Behind the N-1 Deck Coat – The Peacoat’s Rugged Successor
Long before there was The North Face or Marmot or Patagonia, there was another outdoor outfitter innovating with materials, fit and construction to provide peak performance under the most adverse of conditions. The United States military. No matter what you think of what they do or where they do (or have done) it, it’s impossible to ignore its clothing design achievements, and not just in the technical sense. Considering how Uncle Sam’s influence has trickled down into the most civilian of fashions, he should rightly get the credit he deserves as one of modern civilization’s most influential haberdashers.
The Development of the N-1 Deck Coat
With needs at the outside edge of the “workwear” spectrum, military clothing has a long history of letting form follow function (the large slit up the back of a duster made it a whole lot easier for the Calvary to ride horses in jackets…not that the horses were wearing jackets…you know what I mean). And while this entire site could be devoted to military clothing and its influence on contemporary fashion, today let’s focus on one specific garment, one that will make as much sense in the fall and winter of 2017 as it did onboard a Navy destroyer in 1944: the N-1 Deck Coat (N1DC).
The N1DC is the successor to the Peacoat, and while that classic design served the Navy well (not to mention every retailer on earth from L.L. Bean to J.Crew to Georgio Armani), its practicality as a garment for braving the high seas was more 1840s than 1940s. After all, there was WWII to win! (I never cease to be amazed that companies like Buzz Rickson make such a painstakingly detailed reproduction of the N1DC–as they do of so many WWII-era items–in Japan. Man, talk about forgive and forget.) Initially, the Navy was using a design similar to the Army’s Winter Combat/Tanker Jacket, but by late 1943 a brand spanking new 100% Navy-designed model was proudly on the backs of American sailors–the N1DC. All of the innovations in the new and improved N1DC were brilliant in their simplicity, and 100% of them have found their way into garments from that day forward. In fact, the design elements are so pervasive that most who have assimilated them likely have no idea that they once held a “gee whiz” appeal.
Features of the N-1 Deck Coat
For the exterior, we’re talking a heavy corded cotton grosgrain (often referred to jungle cloth, though not while sailing the North Atlantic), a slightly-longer-than-waist-length shell to protect from the weather (initially in dark blue, then khaki–the most classic–and finally olive drab), an alpaca (rounded) collar and lining, a knit cuff hidden up in the sleeve to keep warmth in and prevent snags (this was apparently a big problem), gusseted underarms for extended range of motion with eyelets added to aid in ventilation, a drawstring at the waist to keep out the draft (the only one you could avoid at the time), roomy slash pockets, and a buttoned flap as an added layer of security over the zippered front. If you have three or four warm weather coats in your closet, you likely have this full menu of features spread amongst them.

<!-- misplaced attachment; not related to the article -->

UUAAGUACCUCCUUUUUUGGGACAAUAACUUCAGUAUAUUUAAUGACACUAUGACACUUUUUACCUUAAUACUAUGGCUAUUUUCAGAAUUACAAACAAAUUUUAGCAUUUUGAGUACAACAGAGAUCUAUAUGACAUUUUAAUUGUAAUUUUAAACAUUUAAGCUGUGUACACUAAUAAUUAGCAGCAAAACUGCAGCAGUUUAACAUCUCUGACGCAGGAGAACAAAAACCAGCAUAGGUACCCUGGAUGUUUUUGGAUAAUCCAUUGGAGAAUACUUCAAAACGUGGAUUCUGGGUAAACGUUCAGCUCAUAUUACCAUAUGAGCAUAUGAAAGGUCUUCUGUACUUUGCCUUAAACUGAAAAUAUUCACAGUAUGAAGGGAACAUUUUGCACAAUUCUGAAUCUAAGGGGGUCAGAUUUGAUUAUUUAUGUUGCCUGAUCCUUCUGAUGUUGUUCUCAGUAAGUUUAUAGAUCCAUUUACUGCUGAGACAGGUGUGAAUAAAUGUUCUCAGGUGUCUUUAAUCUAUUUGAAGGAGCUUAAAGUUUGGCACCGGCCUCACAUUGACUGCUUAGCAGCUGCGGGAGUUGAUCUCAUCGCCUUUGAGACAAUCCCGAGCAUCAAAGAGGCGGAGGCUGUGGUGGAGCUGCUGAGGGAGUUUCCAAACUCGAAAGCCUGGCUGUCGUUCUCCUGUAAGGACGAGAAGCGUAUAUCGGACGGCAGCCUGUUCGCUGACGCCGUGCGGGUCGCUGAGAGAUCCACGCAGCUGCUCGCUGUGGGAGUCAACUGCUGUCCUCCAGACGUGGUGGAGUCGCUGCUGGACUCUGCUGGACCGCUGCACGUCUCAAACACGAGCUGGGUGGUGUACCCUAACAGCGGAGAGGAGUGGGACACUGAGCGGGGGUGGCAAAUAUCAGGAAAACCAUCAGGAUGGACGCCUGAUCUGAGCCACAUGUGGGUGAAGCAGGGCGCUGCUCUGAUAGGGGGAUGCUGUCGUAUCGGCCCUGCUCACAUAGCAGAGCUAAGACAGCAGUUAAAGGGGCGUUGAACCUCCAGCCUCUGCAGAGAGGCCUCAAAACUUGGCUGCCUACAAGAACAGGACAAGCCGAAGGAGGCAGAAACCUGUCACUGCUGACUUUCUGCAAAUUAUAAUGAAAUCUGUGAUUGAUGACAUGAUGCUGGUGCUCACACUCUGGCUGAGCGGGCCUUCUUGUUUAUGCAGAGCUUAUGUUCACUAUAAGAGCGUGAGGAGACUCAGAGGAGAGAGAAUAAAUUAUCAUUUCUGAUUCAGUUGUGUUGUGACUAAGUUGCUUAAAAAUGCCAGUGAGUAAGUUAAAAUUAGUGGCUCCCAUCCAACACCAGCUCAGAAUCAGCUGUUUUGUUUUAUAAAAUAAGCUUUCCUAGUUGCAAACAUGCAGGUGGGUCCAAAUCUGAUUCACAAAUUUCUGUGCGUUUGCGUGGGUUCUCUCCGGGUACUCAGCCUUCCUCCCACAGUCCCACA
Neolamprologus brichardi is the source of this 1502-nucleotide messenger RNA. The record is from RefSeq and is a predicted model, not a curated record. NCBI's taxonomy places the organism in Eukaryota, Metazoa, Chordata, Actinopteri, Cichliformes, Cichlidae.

The N-1 Deck Coat Today
Like so many of the vintage-inspired items that have become “mainstream” fashion, it’s hard to imagine a sailor returning home from WWII and lovingly packing away his N1DC for posterity (though thankfully some did, and if you feel like applying for a second mortgage, you can buy one of them tomorrow). This was his old uniform, just as old Levi’s and Red Wings, etc. were workwear, what you wore to keep your “good clothes” clean.
(Imagine the post-war days when these could be had for a song as “surplus.”) Today, this jacket would be your “good clothes”, and heaven help the waiter who spills an artisanal cocktail or roasted brussels sprout on it. Modern interpretations don’t come cheap, and depending how deep you want to go down the rabbit hole (greater adherence to original Navy “specs” = a great adherence to your credit card’s spending limit), you can choose your own adventure.
Poking around the internet, you can certainly find super-cheapo knockoffs that kinda’ sorta’ look like the originals, but those are all made overseas (think China and India, not Japan), and at $90-$150, are surely made under dubious circumstances. Below are the leading contenders for space in our closet, most of them Japanese brands, and you have to love the poetic irony of a once-Axis power selling our own history back to us at a huge premium.
Modern N-1 Reproductions
My favorite is made by the aforementioned Buzz Rickson who have been so exacting in their reproduction (“Vintage-style 1943 brass CONMATIC zipper”) that, even if you had no intention of wearing the jacket, you kind of want to buy one just to insure that a company like them keeps making clothes like this.
Available for $400 at History Preservation.
Mister Freedom makes a nice version, less faithful than Buzz Rickson’s (metal closures instead of buttons), but more fashion forward in black.
Available for $800 at Mister Freedom.
Pike Brothers (a German company…really, you can’t make this stuff up) makes a version in khaki for 299 Euros.
Available for 299 EUR at Pike Brothers.
And lastly, for my money (and believe me, I’m speaking entirely figuratively here), the nicest of the lot and most appropriate for everyday wear…that is, every day that mouton fur feels appropriate…is Portland, Oregon’s own Dehen, their waxed cotton version fetching a hefty $1250. That may seem steep, but remember–the N-1 Deck Jacket gave our boys in Navy Blue (or Khaki or Olive Drab) the protection from the elements necessary for them to protect the world from tyranny. This coat is having “a moment,” so maybe think about picking one up. The world is still a scary place–you don’t need me to tell you that the frozen food section of Whole Foods can be some mean streets.
Available for $1,250 at Dehen.